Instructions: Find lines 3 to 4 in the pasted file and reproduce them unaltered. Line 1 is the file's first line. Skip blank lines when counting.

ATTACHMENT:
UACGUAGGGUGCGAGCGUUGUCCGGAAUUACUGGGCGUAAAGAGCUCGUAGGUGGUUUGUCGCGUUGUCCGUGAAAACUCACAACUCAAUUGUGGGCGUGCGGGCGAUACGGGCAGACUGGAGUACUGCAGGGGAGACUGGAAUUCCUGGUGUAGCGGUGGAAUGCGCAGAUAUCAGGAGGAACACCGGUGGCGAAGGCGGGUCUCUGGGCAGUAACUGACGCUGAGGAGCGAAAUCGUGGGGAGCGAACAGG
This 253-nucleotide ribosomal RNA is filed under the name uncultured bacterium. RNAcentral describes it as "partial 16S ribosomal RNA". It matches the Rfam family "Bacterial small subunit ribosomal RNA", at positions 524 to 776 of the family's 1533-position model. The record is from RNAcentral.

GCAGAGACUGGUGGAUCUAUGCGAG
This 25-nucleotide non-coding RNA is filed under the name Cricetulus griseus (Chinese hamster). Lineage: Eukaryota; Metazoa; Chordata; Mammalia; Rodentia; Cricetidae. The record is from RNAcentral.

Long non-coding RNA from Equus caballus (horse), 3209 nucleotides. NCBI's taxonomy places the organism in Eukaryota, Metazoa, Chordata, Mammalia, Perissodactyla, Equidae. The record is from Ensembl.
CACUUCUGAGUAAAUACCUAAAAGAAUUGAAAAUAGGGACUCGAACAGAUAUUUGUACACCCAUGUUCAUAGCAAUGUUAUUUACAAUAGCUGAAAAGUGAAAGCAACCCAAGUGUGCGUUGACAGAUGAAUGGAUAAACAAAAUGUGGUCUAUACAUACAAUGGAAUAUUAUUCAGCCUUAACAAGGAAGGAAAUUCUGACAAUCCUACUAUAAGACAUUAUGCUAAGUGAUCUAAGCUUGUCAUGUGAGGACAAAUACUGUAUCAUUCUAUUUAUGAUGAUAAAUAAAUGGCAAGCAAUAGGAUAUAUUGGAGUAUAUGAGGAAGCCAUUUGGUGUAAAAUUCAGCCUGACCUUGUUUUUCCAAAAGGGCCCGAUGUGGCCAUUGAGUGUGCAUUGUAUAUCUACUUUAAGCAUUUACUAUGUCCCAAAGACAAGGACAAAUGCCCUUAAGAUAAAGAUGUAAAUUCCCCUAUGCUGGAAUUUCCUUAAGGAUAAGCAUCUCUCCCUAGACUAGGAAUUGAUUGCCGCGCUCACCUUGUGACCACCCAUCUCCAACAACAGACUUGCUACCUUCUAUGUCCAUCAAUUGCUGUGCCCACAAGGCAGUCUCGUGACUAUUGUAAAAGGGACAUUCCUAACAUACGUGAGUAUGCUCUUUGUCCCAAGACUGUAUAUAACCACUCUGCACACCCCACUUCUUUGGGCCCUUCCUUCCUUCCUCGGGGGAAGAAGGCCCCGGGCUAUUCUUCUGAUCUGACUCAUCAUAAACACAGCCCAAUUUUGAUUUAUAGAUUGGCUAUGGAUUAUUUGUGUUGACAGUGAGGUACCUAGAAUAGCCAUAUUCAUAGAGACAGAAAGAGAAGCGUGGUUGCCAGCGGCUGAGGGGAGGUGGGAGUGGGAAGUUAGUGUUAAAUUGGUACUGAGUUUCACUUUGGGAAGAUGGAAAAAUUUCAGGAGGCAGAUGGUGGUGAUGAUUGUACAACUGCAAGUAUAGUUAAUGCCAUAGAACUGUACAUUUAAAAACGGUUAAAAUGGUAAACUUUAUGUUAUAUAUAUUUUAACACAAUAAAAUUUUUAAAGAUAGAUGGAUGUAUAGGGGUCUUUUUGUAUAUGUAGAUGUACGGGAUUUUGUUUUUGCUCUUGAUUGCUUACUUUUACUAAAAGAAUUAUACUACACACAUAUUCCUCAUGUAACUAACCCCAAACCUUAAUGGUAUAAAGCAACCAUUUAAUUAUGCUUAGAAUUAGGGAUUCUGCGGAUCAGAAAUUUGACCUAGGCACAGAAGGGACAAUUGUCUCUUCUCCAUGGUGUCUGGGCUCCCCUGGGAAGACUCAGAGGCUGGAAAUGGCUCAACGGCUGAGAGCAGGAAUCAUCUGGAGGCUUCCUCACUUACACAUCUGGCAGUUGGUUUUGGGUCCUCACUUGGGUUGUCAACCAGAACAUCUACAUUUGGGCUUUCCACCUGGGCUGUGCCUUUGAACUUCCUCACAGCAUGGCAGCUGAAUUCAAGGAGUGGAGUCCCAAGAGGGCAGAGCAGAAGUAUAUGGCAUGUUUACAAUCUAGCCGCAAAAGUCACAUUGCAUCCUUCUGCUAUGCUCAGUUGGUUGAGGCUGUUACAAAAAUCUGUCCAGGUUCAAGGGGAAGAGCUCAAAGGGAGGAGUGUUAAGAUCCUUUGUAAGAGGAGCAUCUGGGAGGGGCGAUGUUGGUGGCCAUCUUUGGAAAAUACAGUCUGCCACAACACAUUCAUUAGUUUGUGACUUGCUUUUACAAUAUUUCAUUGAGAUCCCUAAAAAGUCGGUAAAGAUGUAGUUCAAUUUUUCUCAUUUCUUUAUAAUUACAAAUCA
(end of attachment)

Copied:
GCAGAGACUGGUGGAUCUAUGCGAG
This 25-nucleotide non-coding RNA is filed under the name Cricetulus griseus (Chinese hamster). Lineage: Eukaryota; Metazoa; Chordata; Mammalia; Rodentia; Cricetidae. The record is from RNAcentral.